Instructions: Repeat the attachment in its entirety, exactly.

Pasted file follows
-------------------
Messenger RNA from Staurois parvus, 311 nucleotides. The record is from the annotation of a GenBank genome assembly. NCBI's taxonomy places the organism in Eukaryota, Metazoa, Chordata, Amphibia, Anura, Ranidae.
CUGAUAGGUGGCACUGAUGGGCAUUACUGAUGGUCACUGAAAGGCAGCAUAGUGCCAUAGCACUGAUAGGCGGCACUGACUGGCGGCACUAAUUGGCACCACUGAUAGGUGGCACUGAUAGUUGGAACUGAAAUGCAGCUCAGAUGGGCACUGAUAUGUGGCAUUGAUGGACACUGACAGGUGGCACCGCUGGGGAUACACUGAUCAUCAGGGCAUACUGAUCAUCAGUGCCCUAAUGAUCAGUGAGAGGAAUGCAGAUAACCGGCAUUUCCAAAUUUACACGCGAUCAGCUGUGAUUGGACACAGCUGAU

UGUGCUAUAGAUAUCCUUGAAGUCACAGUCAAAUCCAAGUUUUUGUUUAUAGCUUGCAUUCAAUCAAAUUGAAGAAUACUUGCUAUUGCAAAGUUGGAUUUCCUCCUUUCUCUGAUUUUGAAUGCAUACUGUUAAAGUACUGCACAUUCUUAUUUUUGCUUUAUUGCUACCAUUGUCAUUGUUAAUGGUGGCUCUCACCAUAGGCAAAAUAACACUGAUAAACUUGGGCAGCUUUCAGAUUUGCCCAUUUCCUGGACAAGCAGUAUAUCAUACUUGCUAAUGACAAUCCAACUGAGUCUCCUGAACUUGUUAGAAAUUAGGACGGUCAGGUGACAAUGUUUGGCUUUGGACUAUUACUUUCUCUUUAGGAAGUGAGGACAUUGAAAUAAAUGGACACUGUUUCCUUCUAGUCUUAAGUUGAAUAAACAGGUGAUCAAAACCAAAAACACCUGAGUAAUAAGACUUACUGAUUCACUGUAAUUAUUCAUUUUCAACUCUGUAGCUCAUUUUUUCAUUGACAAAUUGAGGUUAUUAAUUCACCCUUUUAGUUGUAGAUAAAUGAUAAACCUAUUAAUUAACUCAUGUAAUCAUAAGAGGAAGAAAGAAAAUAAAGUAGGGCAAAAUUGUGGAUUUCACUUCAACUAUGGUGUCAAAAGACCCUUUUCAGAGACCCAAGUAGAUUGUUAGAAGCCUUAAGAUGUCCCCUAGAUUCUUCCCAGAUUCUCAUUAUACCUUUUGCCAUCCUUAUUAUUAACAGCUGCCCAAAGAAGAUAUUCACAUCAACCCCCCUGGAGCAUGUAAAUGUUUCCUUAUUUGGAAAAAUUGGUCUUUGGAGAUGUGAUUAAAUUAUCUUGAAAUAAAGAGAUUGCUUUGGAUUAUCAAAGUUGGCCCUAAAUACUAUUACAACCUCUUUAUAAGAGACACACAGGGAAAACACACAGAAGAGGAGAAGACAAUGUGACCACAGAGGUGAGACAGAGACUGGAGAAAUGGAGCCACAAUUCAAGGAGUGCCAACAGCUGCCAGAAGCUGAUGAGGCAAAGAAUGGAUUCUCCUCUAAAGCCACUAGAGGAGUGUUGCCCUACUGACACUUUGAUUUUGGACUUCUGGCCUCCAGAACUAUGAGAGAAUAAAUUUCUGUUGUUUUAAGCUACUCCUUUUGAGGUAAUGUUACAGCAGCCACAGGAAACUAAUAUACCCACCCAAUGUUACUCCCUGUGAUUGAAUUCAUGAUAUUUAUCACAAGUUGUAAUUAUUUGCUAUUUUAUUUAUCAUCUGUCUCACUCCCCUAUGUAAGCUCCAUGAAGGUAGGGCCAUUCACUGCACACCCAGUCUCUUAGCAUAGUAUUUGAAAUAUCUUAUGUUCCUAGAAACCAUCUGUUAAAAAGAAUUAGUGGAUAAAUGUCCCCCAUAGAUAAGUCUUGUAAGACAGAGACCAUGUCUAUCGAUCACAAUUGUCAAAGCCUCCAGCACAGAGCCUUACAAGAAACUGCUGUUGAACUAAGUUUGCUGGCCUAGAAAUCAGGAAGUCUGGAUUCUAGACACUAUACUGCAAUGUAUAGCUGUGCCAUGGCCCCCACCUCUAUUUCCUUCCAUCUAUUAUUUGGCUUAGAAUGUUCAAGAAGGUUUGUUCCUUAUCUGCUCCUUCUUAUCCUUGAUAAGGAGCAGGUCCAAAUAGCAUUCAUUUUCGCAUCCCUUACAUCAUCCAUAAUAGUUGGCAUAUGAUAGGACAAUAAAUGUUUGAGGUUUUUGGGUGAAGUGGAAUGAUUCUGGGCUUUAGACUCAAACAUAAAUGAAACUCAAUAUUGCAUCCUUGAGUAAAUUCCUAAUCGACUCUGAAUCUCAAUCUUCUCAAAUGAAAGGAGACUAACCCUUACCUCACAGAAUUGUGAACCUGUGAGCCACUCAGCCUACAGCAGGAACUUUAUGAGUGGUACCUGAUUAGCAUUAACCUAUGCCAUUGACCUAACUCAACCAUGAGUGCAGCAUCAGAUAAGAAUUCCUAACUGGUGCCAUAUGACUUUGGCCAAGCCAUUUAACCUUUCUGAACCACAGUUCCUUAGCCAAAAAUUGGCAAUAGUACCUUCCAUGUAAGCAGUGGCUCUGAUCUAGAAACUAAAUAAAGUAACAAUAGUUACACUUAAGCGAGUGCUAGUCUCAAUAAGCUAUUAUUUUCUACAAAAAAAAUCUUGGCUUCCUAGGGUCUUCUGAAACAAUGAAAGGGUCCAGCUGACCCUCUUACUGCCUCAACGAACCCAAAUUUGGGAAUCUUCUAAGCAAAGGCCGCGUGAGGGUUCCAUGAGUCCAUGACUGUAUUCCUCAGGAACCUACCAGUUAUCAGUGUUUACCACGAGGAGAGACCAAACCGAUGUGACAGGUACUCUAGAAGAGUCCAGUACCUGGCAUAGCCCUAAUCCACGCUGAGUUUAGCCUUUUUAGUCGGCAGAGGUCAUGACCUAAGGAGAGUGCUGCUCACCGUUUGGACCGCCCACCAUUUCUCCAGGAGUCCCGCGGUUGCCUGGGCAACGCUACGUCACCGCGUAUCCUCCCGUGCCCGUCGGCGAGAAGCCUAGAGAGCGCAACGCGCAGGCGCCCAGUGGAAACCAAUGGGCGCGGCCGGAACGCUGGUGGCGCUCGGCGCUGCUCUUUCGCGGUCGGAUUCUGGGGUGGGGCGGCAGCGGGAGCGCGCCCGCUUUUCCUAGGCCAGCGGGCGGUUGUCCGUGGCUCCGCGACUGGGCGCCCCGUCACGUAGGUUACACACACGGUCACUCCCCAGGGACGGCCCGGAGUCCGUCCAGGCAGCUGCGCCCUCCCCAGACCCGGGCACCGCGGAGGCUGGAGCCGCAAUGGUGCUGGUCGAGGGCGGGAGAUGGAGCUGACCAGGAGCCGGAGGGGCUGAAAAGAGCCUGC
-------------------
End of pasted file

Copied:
Messenger RNA from Staurois parvus, 311 nucleotides. The record is from the annotation of a GenBank genome assembly. NCBI's taxonomy places the organism in Eukaryota, Metazoa, Chordata, Amphibia, Anura, Ranidae.
CUGAUAGGUGGCACUGAUGGGCAUUACUGAUGGUCACUGAAAGGCAGCAUAGUGCCAUAGCACUGAUAGGCGGCACUGACUGGCGGCACUAAUUGGCACCACUGAUAGGUGGCACUGAUAGUUGGAACUGAAAUGCAGCUCAGAUGGGCACUGAUAUGUGGCAUUGAUGGACACUGACAGGUGGCACCGCUGGGGAUACACUGAUCAUCAGGGCAUACUGAUCAUCAGUGCCCUAAUGAUCAGUGAGAGGAAUGCAGAUAACCGGCAUUUCCAAAUUUACACGCGAUCAGCUGUGAUUGGACACAGCUGAU

UGUGCUAUAGAUAUCCUUGAAGUCACAGUCAAAUCCAAGUUUUUGUUUAUAGCUUGCAUUCAAUCAAAUUGAAGAAUACUUGCUAUUGCAAAGUUGGAUUUCCUCCUUUCUCUGAUUUUGAAUGCAUACUGUUAAAGUACUGCACAUUCUUAUUUUUGCUUUAUUGCUACCAUUGUCAUUGUUAAUGGUGGCUCUCACCAUAGGCAAAAUAACACUGAUAAACUUGGGCAGCUUUCAGAUUUGCCCAUUUCCUGGACAAGCAGUAUAUCAUACUUGCUAAUGACAAUCCAACUGAGUCUCCUGAACUUGUUAGAAAUUAGGACGGUCAGGUGACAAUGUUUGGCUUUGGACUAUUACUUUCUCUUUAGGAAGUGAGGACAUUGAAAUAAAUGGACACUGUUUCCUUCUAGUCUUAAGUUGAAUAAACAGGUGAUCAAAACCAAAAACACCUGAGUAAUAAGACUUACUGAUUCACUGUAAUUAUUCAUUUUCAACUCUGUAGCUCAUUUUUUCAUUGACAAAUUGAGGUUAUUAAUUCACCCUUUUAGUUGUAGAUAAAUGAUAAACCUAUUAAUUAACUCAUGUAAUCAUAAGAGGAAGAAAGAAAAUAAAGUAGGGCAAAAUUGUGGAUUUCACUUCAACUAUGGUGUCAAAAGACCCUUUUCAGAGACCCAAGUAGAUUGUUAGAAGCCUUAAGAUGUCCCCUAGAUUCUUCCCAGAUUCUCAUUAUACCUUUUGCCAUCCUUAUUAUUAACAGCUGCCCAAAGAAGAUAUUCACAUCAACCCCCCUGGAGCAUGUAAAUGUUUCCUUAUUUGGAAAAAUUGGUCUUUGGAGAUGUGAUUAAAUUAUCUUGAAAUAAAGAGAUUGCUUUGGAUUAUCAAAGUUGGCCCUAAAUACUAUUACAACCUCUUUAUAAGAGACACACAGGGAAAACACACAGAAGAGGAGAAGACAAUGUGACCACAGAGGUGAGACAGAGACUGGAGAAAUGGAGCCACAAUUCAAGGAGUGCCAACAGCUGCCAGAAGCUGAUGAGGCAAAGAAUGGAUUCUCCUCUAAAGCCACUAGAGGAGUGUUGCCCUACUGACACUUUGAUUUUGGACUUCUGGCCUCCAGAACUAUGAGAGAAUAAAUUUCUGUUGUUUUAAGCUACUCCUUUUGAGGUAAUGUUACAGCAGCCACAGGAAACUAAUAUACCCACCCAAUGUUACUCCCUGUGAUUGAAUUCAUGAUAUUUAUCACAAGUUGUAAUUAUUUGCUAUUUUAUUUAUCAUCUGUCUCACUCCCCUAUGUAAGCUCCAUGAAGGUAGGGCCAUUCACUGCACACCCAGUCUCUUAGCAUAGUAUUUGAAAUAUCUUAUGUUCCUAGAAACCAUCUGUUAAAAAGAAUUAGUGGAUAAAUGUCCCCCAUAGAUAAGUCUUGUAAGACAGAGACCAUGUCUAUCGAUCACAAUUGUCAAAGCCUCCAGCACAGAGCCUUACAAGAAACUGCUGUUGAACUAAGUUUGCUGGCCUAGAAAUCAGGAAGUCUGGAUUCUAGACACUAUACUGCAAUGUAUAGCUGUGCCAUGGCCCCCACCUCUAUUUCCUUCCAUCUAUUAUUUGGCUUAGAAUGUUCAAGAAGGUUUGUUCCUUAUCUGCUCCUUCUUAUCCUUGAUAAGGAGCAGGUCCAAAUAGCAUUCAUUUUCGCAUCCCUUACAUCAUCCAUAAUAGUUGGCAUAUGAUAGGACAAUAAAUGUUUGAGGUUUUUGGGUGAAGUGGAAUGAUUCUGGGCUUUAGACUCAAACAUAAAUGAAACUCAAUAUUGCAUCCUUGAGUAAAUUCCUAAUCGACUCUGAAUCUCAAUCUUCUCAAAUGAAAGGAGACUAACCCUUACCUCACAGAAUUGUGAACCUGUGAGCCACUCAGCCUACAGCAGGAACUUUAUGAGUGGUACCUGAUUAGCAUUAACCUAUGCCAUUGACCUAACUCAACCAUGAGUGCAGCAUCAGAUAAGAAUUCCUAACUGGUGCCAUAUGACUUUGGCCAAGCCAUUUAACCUUUCUGAACCACAGUUCCUUAGCCAAAAAUUGGCAAUAGUACCUUCCAUGUAAGCAGUGGCUCUGAUCUAGAAACUAAAUAAAGUAACAAUAGUUACACUUAAGCGAGUGCUAGUCUCAAUAAGCUAUUAUUUUCUACAAAAAAAAUCUUGGCUUCCUAGGGUCUUCUGAAACAAUGAAAGGGUCCAGCUGACCCUCUUACUGCCUCAACGAACCCAAAUUUGGGAAUCUUCUAAGCAAAGGCCGCGUGAGGGUUCCAUGAGUCCAUGACUGUAUUCCUCAGGAACCUACCAGUUAUCAGUGUUUACCACGAGGAGAGACCAAACCGAUGUGACAGGUACUCUAGAAGAGUCCAGUACCUGGCAUAGCCCUAAUCCACGCUGAGUUUAGCCUUUUUAGUCGGCAGAGGUCAUGACCUAAGGAGAGUGCUGCUCACCGUUUGGACCGCCCACCAUUUCUCCAGGAGUCCCGCGGUUGCCUGGGCAACGCUACGUCACCGCGUAUCCUCCCGUGCCCGUCGGCGAGAAGCCUAGAGAGCGCAACGCGCAGGCGCCCAGUGGAAACCAAUGGGCGCGGCCGGAACGCUGGUGGCGCUCGGCGCUGCUCUUUCGCGGUCGGAUUCUGGGGUGGGGCGGCAGCGGGAGCGCGCCCGCUUUUCCUAGGCCAGCGGGCGGUUGUCCGUGGCUCCGCGACUGGGCGCCCCGUCACGUAGGUUACACACACGGUCACUCCCCAGGGACGGCCCGGAGUCCGUCCAGGCAGCUGCGCCCUCCCCAGACCCGGGCACCGCGGAGGCUGGAGCCGCAAUGGUGCUGGUCGAGGGCGGGAGAUGGAGCUGACCAGGAGCCGGAGGGGCUGAAAAGAGCCUGC